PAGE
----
ESP8266 IoT programming

ESP8266 WiFi module

The ESP8266 WiFi module converts TCP/IP data to UART. This comes in handy if you want to connect a microcontroller to the internet. This module only costs a few euro’s and has a lot of functionallity. If you are interested in this module then i hope this blog will be usefull and will save you some time setting up the module. I’m planning to create an Android application for my phone to control different devices like lamps, computer, media set, etc, in my house. To get to this I already created a lot of software for the microcontroller (see my other blogs) so now it’s time to explore the ESP8266 and get this module working.

The ESP8266 hardware

There are a few things to keep in mind when you connect the ESP8266 to your computer.

  1. The module needs a lot of current specially when booting up. Use a power supply that can deliver at least 400mA. Symptoms of to less current is a blinking blue led, but you are able to communicate with the module or the unit keeps rebooting.
  2. The ESP8266 requires 3.3V for the rx and tx lines and your computer with rs232 uses about 12V for rx and tx. So make sure you level to the correct voltage, see example below. If you use more then 3.3V on the module it will burn!
  3. The module needs a 3.3V power supply and the microcontroller (Atmegaa328) needs 5V. A voltage regulator is needed at least for the 3.3V power supply and must be able to deliver at least 400mA.
ESP8266 setup
ESP8266 connected to a computer schematic

 

Above is the schematic how to connect the ESP8266 to a computer. Left is the module itself. To get the 3.3V power for the unit I used this  voltage regulator. It can provide 800mA with cooling. In this project no cooling is needed, because the module consumes less then 400mA.  The middle module is a level converter to convert from 3.3V to 5V and vice versa. It is needed for the Atmega328 microcontroller, but for testing and configuring the module on a computer only it is not needed yet and can be by-passed. For later testing it is nice to connect the microcontroller and a computer at the same time to see what is going on, but feel free to leave the logic level converter out for now and connect the ESP8266 directly to the rs232 logic converter. As I don’t have an rs232 port on my laptop I used an USB to rs232 converter.

Communicating with the ESP8266

The ESP8266 comes with different default baudrate settings. The best way to figure out what is the correct baudrate is trying them all… I used TeraTerm client to control and test the module and in my case the baudrate is default 115200 bps. The port number can be found at the device settings so in my case it’s com9.

Select the correct com port.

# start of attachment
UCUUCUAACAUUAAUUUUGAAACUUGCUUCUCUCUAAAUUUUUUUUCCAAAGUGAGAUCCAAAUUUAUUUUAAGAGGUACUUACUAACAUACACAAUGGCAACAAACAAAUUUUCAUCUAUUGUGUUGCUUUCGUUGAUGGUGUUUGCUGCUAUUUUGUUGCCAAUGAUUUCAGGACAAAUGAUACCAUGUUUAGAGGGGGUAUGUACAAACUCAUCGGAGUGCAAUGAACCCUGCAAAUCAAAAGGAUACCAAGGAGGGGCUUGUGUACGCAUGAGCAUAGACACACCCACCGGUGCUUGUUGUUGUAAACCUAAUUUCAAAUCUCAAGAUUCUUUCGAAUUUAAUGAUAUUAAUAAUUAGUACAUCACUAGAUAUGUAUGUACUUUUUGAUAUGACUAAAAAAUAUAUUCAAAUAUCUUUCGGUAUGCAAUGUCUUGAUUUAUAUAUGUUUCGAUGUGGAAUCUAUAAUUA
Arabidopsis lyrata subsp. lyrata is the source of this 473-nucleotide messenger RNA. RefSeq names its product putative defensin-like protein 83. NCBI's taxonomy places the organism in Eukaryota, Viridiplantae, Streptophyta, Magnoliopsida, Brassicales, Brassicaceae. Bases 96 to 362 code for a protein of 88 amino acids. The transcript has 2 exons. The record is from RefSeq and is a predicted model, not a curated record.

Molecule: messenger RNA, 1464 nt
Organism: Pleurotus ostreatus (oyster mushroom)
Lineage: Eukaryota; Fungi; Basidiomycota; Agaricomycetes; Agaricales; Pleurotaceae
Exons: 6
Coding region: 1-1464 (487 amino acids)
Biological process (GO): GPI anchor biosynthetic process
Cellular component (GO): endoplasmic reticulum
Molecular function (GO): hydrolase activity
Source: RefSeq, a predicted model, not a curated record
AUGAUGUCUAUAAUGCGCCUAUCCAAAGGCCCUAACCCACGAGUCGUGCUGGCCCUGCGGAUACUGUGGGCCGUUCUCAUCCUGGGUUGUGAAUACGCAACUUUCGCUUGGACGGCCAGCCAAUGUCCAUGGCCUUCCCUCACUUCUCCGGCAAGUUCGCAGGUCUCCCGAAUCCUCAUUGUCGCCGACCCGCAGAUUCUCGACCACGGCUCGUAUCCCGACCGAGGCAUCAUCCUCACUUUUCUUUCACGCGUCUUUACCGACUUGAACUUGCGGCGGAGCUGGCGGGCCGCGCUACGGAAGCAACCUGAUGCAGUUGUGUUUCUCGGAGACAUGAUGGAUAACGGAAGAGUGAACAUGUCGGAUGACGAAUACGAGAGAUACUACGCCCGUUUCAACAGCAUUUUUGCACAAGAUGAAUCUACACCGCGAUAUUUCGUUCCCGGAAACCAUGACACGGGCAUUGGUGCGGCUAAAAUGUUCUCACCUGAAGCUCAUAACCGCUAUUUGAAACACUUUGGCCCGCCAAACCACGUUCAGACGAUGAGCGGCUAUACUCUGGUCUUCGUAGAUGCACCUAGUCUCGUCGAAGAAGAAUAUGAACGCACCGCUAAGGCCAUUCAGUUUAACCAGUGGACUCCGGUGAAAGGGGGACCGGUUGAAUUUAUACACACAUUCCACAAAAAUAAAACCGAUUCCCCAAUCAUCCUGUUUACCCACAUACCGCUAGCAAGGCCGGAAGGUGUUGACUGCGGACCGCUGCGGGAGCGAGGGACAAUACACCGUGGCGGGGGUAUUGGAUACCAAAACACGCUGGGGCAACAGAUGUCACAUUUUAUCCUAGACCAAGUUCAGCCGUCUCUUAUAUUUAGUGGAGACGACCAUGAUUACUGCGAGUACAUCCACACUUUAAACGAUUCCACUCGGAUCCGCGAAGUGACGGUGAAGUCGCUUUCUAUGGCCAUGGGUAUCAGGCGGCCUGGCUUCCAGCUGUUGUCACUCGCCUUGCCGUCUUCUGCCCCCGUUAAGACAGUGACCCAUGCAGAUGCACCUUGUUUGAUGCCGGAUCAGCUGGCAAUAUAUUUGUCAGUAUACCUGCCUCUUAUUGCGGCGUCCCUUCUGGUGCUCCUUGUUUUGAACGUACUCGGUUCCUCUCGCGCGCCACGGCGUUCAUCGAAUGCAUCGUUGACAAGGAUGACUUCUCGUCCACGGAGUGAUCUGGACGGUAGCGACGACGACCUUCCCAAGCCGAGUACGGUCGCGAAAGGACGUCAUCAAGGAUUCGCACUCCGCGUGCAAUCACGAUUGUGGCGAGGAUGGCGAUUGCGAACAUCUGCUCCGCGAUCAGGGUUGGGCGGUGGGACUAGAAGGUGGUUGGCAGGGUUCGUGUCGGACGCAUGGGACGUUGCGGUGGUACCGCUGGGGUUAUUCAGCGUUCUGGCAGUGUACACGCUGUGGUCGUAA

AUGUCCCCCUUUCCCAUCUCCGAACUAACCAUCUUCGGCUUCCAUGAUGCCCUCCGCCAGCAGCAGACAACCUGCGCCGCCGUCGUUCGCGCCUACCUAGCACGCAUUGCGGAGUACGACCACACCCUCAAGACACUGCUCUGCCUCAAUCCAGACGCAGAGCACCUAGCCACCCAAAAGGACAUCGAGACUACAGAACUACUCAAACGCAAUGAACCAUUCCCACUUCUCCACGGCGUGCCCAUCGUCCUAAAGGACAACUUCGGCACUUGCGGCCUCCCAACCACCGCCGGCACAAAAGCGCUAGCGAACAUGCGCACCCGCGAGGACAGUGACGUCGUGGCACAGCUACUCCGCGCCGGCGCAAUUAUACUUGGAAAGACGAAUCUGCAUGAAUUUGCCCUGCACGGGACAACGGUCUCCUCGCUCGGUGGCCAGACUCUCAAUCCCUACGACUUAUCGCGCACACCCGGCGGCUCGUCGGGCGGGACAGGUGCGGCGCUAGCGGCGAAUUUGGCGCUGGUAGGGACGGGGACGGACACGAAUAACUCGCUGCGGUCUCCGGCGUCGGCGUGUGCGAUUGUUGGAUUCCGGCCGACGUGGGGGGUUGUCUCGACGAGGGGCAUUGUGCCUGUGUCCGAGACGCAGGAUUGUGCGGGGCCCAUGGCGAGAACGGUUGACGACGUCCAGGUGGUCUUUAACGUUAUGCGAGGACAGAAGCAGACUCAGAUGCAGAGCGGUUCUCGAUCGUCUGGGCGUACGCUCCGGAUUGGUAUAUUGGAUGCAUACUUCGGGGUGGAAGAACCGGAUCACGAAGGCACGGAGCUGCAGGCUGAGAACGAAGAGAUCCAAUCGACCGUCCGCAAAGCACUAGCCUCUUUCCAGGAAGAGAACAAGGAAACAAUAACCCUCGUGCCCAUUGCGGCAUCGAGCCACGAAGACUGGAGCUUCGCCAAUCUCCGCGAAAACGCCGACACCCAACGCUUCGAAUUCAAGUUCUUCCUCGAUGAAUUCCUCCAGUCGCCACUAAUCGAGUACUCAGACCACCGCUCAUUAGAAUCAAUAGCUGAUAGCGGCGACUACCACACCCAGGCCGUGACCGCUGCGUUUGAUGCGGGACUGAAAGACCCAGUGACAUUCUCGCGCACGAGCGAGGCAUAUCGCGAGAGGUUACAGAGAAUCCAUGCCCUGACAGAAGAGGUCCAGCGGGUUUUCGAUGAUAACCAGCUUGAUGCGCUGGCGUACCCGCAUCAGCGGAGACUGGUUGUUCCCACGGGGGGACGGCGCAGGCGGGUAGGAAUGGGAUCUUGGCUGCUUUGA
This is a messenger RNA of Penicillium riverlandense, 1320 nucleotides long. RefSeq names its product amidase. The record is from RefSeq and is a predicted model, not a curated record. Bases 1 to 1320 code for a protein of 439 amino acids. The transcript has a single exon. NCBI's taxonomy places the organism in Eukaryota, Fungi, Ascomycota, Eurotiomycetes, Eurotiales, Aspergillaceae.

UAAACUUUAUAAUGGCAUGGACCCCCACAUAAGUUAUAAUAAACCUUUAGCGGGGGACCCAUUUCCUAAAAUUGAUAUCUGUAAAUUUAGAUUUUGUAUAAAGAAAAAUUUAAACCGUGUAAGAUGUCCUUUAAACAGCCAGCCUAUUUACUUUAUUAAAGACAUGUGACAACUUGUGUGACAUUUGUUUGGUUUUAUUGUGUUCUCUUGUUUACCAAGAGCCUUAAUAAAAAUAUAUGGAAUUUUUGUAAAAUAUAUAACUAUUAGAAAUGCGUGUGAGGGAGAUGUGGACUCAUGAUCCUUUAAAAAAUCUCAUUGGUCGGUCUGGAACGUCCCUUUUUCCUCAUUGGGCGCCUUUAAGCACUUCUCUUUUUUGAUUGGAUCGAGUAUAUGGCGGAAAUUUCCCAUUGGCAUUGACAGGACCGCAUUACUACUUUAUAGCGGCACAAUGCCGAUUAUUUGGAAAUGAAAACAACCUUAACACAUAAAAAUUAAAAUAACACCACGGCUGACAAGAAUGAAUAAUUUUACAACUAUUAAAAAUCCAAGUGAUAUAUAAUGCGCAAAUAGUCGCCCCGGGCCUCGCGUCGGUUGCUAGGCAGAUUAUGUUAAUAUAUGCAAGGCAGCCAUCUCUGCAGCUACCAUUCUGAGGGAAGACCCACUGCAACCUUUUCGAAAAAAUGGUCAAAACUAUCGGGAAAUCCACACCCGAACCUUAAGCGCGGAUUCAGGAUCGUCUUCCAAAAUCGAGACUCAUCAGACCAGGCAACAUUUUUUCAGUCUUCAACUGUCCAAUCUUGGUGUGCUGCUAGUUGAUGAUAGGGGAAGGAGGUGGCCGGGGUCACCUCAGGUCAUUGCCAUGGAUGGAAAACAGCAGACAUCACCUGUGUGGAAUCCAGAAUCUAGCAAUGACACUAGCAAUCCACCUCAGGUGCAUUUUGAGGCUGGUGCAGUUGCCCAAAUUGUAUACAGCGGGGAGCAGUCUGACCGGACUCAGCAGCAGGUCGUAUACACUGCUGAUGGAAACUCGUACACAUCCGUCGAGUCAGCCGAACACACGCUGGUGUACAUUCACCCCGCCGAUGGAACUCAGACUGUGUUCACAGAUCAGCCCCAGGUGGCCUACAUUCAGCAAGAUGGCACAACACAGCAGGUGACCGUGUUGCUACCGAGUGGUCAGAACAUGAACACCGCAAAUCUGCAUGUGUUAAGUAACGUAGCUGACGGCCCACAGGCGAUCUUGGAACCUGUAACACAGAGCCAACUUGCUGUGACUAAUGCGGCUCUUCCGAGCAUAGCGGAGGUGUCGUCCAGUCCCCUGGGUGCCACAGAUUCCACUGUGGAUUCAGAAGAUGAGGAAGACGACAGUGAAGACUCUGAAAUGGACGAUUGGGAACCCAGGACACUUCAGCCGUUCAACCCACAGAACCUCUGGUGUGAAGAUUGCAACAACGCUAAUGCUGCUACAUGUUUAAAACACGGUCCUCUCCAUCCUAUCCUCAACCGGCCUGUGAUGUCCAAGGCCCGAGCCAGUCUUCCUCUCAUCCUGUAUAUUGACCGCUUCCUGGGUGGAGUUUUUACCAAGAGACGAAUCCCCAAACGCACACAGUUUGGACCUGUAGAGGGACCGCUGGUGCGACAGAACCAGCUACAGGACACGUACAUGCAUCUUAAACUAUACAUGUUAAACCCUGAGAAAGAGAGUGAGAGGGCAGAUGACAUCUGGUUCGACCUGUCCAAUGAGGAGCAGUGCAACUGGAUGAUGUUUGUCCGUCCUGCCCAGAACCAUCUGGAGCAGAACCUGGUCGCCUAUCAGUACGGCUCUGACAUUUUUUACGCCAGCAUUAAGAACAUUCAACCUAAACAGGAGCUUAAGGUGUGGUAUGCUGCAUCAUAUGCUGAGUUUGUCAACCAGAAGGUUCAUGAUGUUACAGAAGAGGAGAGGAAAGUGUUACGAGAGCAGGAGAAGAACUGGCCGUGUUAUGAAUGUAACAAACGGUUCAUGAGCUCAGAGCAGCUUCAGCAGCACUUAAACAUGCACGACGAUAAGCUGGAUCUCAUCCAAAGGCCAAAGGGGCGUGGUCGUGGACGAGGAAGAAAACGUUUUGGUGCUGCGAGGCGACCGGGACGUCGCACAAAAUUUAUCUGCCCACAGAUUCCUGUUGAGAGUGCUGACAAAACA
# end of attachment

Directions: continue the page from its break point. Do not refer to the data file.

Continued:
The module requires an “enter” after each AT command. This can be set in the terminal setup by changing the transmit new-line to CR+LF.

Tera term settings
Tera term port settings.

 

There is a complete list with commands for the module available here. For now I will connect the unit to my home WiFi modem and save the settings. After this it will always connect automatically and I don’t have to program the microcontroller to this. Another thing todo is to configure the module as a server and specify a port to listen to, but this will be done my the micrcontroller too so it’s only for testing now.

Commands to set up a permanent WiFi connection

 

AT+GMR – show the current firmware version. Just to check if the communication is working.
AT+CWMODE=3 – set’s the module to “SoftAP+Station mode”.
AT-CWLAP – gives a list with WiFi AP’s in the neighbourhood. I blacked it out a bit for security reasons.
AT+CWJAP_DEF=”TP-LINK_A6A8″,”password” – connects the module to the WiFi and saves the settings in the flash memory.

If a different baud rate is required then use the command “AT+UART_DEF=115200,8,1,0,0” to make it definite and get it saved in the flash memory.

The following configures the module as a server, all though this will be done by the micro controller later on.

Setting up the server.

 

AT-CIPMUX=1 – Enables multiple connections instead of just 1 connection at a time with the module.
AT+CIPSERVER=1,80 – The ‘1’ creates a server and listens to port 80.
AT+CIFSR – shows the ip the module received.

Open a browser and connect to the correct ip (in my case 192.168.0.101)  The module received the text send by the browser so the module works fine.  In the next blog I will connect the esp8266 to a microcontroller and make it possible to control devices via the web browser. Thanks for reading!